Nearly two years after the fact,
With her teammates on the Mount Notre Dame (Cincinnati) volleyball team preparing for practice in the midst of the 2005 playoffs, Adams, then a sophomore, entered the gym sullenly and without any athletic equipment. The sound of voices and bouncing balls waned with her every step. By the time she was ready to speak, the silence was deafening.
"Everyone already knew what I had to say," Adams recalls. "But I knew I had to go to my teammates in person and apologize for letting them down. Telling them I'd failed two classes and couldn't play was one of the hardest things I've ever done."
The experience was as excruciating as Adams expected. Admitting to failing two classes was embarrassing enough, and the added impact of letting her teammates and coaches down made it even harder.
But as she turned and walked back out of the gymnasium in the scene's final dramatic moment, something unexpected happened -- she felt better. Adams, a member of the team's starting lineup the entire season, was still distraught that she couldn't practice, play or travel with the Cougars, yet she also felt a combination of relief and excitement. She'd messed up, but she couldn't wait to redeem herself.
"Everything turned around starting then," Adams says. "I'd been acting immature for a while. I was really careless on the court and in school, just not taking the time to do things right. Ever since then, I've taken charge of my life and not left it in other people's hands."
Adams, now a 6-foot-2 senior middle blocker, has transformed into an honors student at Mount Notre Dame while also developing into one of the nation's elite volleyball players. She was a member of the U.S. Youth National Team in 2006 and 2007 and led her club squad, Team Z, to a national championship this summer.
As of press time, she'd narrowed her list of dozens schools offering her a scholarship to Florida, Texas, UCLA and USC, all of which opened the 2007 season ranked in the Top 10 of the NCAA Division I coaches poll.
"At 6-2 with a 36-inch vertical, we're talking about a girl who can touch 10-6," says MND coach
When Mechley first met Adams, the coach never could have imagined her pupil would turn into one of the state's best players. In fact, if not for a fortunate coincidence more than three years ago, Adams may have never played volleyball for Mount Notre Dame. Adams just so happened to be staying over at her friend
It wasn't long before Mechley, noticing Adams' perfect volleyball frame, approached her with the offer to jump into some of the drills.
"Her timing at net was terrific. In that area, she was a natural from Day 1," Mechley says. "As coaches, we could tell pretty quickly there was a lot of potential there."
After stints on the freshman and junior varsity teams as a ninth-grader, Adams was called up to varsity for the playoffs. In the final game of Mount Notre Dame's sectional semifinal loss to Seton, Adams' varsity career got off to an inauspicious start.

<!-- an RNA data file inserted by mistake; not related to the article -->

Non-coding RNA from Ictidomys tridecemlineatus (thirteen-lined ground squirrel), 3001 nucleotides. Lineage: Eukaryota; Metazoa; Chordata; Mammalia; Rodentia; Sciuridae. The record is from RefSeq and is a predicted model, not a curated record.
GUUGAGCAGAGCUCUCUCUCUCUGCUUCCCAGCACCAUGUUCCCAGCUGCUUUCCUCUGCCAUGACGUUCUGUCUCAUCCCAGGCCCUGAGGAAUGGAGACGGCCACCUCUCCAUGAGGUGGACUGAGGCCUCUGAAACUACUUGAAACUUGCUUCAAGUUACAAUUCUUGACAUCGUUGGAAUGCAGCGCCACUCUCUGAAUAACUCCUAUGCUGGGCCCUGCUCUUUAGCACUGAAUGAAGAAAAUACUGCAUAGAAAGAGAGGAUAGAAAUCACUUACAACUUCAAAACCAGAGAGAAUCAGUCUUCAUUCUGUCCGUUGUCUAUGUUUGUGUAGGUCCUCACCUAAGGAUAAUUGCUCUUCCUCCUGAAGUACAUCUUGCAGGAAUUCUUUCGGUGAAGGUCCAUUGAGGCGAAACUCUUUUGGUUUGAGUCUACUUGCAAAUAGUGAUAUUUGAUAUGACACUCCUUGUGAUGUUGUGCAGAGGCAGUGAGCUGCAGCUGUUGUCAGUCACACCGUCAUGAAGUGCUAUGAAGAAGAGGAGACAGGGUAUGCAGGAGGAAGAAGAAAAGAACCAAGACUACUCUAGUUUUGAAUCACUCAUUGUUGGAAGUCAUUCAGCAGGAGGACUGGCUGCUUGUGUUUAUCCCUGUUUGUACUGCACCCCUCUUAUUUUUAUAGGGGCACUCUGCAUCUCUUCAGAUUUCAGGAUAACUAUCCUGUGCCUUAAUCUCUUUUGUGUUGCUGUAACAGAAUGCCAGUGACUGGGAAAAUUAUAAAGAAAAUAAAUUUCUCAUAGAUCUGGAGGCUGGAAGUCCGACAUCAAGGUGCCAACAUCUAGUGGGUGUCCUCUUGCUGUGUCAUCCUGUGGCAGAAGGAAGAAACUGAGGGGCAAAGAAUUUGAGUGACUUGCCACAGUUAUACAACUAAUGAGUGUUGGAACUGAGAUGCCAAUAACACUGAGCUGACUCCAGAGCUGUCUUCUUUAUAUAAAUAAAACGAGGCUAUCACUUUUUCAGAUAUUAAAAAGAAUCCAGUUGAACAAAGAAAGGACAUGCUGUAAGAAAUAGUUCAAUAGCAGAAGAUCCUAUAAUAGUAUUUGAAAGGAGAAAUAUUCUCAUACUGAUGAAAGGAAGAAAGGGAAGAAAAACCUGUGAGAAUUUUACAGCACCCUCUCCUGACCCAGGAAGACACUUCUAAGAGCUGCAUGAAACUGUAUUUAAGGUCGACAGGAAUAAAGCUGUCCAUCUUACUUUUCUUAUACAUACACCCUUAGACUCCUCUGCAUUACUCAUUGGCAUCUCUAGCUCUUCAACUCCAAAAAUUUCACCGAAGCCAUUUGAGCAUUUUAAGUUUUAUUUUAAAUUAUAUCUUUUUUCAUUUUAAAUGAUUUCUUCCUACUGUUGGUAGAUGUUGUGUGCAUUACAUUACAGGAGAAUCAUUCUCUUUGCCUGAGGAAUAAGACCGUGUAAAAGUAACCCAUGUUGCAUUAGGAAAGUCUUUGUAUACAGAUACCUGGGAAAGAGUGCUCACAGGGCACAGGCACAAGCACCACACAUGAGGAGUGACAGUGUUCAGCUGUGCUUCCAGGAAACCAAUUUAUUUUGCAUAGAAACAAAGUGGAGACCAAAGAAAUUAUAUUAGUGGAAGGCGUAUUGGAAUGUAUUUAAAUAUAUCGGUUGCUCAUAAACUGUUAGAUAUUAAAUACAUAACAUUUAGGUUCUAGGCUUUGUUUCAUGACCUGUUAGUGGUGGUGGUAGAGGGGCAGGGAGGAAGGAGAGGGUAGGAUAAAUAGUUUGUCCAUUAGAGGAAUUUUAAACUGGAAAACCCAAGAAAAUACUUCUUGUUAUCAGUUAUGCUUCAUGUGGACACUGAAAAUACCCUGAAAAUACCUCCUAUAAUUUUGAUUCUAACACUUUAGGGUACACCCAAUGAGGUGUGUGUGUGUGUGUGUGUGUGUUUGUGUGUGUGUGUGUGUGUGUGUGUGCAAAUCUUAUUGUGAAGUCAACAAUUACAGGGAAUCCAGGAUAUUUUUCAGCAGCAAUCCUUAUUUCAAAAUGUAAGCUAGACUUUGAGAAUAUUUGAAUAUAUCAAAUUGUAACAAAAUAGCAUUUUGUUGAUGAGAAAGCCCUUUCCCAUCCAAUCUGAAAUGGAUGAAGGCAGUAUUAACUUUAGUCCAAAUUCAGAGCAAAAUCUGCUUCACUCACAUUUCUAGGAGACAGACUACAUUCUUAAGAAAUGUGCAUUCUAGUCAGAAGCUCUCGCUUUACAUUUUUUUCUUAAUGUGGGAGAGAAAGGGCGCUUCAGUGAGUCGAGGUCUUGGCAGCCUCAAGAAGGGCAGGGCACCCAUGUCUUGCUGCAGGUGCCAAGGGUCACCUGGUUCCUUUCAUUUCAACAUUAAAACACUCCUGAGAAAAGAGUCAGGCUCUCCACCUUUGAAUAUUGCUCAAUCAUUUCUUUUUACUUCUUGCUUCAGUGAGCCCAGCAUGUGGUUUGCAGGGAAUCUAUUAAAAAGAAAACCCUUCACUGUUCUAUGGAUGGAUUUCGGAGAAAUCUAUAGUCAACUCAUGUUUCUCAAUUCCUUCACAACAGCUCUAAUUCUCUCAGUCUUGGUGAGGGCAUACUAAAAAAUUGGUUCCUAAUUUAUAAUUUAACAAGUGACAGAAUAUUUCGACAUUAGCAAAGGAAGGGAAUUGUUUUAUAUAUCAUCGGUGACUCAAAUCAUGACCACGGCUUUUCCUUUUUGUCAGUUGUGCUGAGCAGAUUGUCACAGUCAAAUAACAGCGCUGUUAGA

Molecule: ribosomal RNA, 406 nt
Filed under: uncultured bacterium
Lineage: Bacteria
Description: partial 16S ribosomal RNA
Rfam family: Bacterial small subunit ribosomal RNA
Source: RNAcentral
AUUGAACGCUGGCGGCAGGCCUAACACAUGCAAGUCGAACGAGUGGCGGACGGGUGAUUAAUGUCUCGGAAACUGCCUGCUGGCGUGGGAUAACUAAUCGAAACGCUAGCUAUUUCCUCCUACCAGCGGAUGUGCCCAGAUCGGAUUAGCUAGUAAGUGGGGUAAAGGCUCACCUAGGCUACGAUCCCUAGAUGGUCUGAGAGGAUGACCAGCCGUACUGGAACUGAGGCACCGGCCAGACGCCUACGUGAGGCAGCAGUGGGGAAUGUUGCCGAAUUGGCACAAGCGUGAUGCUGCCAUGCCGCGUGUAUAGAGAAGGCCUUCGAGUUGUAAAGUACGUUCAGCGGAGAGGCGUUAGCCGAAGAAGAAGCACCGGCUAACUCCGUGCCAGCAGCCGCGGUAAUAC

"I was so nervous that I ran to the wrong position when I got into the match," Adams says. "I noticed the Seton coaches laughing at me. I'll never forget that moment. Every time we play Seton, I want to ask the coaches, 'Who's laughing now?'"
Adams showed improvement as a full-time starter as a sophomore, but the same attitude that was derailing her academics was plaguing her on the court. By her own admission, she was a selfish player who often lost her focus and got overly rattled by her own mistakes.
The wake-up call she desperately needed came courtesy of a pair of F's that fall. She immediately got her act together and even surprised herself by making 2006 U.S. Youth National Team, which won the NORCECA Continental Girls' Youth Championship in Florida.
Adams returned to Mount Notre Dame full of confidence as a junior and quickly began realizing the potential the coaching staff had seen in her two years earlier. She racked up 311 kills and 104 blocks and led the team to a 16-5 regular season record. She continued to dominate as the Cougars rolled through the sectional and regional tournaments -- including an especially fulfilling triumph over defending state champion Seton in the regional semifinals -- to enter the Division I state tournament on a roll.
Just one year removed from her ineligibility debacle, Adams redeemed herself by playing two of the best matches of her life as MND cruised to a three-game triumph over Solon (13 kills) in the semis and a four-game victory over Mother of Mercy (24 kills) in the finals.
"We were so prepared for that state tournament, I just knew we were going to win," Adams says. "As it got closer and closer I could just tell it was our year. Everything came together for us. And for me, it was like a movie-script ending."